Carol Goldberg wrote a piece in last week’s Sunday Hartford Courant about upcoming books by Connecticut authors, and UNEXPECTEDLY, MILO was included on her list.
I’m honored to have my book included on the list and am grateful to Goldberg for her generous comments regarding it, but I am also amused by the aspects of my biography that people choose to highlight when writing pieces like this. The fact that I was robbed at gunpoint when I was 23 has never seemed as important as it has since I was published. From the moment that SOMETHING MISSING hit the bookstore shelves, people have become utterly fascinated by certain elements of my life story. My two near-death experiences, my brief time spent homeless, my engagement to my wife, my arrest and subsequent trial for a crime I did not commit, the year I shared a room with a goat, and many stories from my childhood.
The list goes on and on.
While attending a book club meeting last week, discussion of the novel took a backseat for quite a while in favor of questions about the robbery and my life in general. While people were more than pleased to talk about certain elements from the book, they seemed equally interested in hearing about my life.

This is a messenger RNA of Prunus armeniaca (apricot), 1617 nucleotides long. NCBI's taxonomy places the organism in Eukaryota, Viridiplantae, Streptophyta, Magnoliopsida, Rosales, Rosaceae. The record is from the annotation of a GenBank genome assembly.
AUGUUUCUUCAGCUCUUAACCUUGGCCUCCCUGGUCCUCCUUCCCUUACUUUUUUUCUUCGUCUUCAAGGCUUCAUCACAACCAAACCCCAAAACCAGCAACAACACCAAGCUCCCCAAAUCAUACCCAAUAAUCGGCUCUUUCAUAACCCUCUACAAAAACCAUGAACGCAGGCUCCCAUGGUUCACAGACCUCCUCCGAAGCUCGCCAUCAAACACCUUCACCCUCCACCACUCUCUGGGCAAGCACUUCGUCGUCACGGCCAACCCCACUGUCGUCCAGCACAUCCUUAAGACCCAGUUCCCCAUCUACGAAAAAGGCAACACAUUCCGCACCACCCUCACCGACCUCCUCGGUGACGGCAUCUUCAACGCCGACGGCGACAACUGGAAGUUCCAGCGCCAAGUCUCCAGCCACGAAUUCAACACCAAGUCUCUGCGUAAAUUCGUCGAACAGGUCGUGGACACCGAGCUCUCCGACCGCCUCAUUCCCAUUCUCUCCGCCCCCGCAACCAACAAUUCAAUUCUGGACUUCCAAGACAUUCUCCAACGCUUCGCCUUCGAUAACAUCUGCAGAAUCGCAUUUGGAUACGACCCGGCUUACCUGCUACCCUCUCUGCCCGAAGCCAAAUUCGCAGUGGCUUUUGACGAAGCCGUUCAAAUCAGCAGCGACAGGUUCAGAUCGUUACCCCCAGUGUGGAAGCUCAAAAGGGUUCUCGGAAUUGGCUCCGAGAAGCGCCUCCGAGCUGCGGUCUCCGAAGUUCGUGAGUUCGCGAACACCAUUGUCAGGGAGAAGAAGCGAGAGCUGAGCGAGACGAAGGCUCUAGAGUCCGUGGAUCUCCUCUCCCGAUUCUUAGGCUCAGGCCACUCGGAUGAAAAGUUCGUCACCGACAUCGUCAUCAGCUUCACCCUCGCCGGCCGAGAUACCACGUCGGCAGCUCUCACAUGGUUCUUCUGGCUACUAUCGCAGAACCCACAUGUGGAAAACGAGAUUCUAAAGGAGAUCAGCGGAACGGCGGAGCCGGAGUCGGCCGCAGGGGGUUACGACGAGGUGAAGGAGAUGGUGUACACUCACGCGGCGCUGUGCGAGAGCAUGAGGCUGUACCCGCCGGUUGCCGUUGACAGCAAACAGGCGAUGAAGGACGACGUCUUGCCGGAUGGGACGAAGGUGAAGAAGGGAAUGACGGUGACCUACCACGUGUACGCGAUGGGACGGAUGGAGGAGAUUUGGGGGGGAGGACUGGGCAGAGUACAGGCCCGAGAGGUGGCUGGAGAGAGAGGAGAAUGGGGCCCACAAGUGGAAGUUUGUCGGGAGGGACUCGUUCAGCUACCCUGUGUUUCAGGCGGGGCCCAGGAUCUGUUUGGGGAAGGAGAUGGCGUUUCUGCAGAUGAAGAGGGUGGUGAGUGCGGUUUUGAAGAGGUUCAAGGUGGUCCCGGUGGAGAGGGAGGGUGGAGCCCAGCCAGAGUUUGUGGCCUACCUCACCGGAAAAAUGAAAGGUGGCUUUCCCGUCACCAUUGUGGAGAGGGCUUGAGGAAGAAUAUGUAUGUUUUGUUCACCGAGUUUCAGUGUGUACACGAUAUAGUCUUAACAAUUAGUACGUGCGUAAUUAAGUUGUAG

If this something that most authors experience?
While I’ve toyed with the idea of writing a memoir from time to time, I’m only 38-years old. It’s hard to imagine that I have led an interesting-enough life at this point to justify writing a book about it.
It’s even harder to imagine that my life is actually interesting enough for anyone to want to read about it.
But maybe everyone feels this way. Perhaps a person’s life just seems less fascinating to the person living it.
Then again, I’m a fiction writer. I could just make a bunch of stuff up.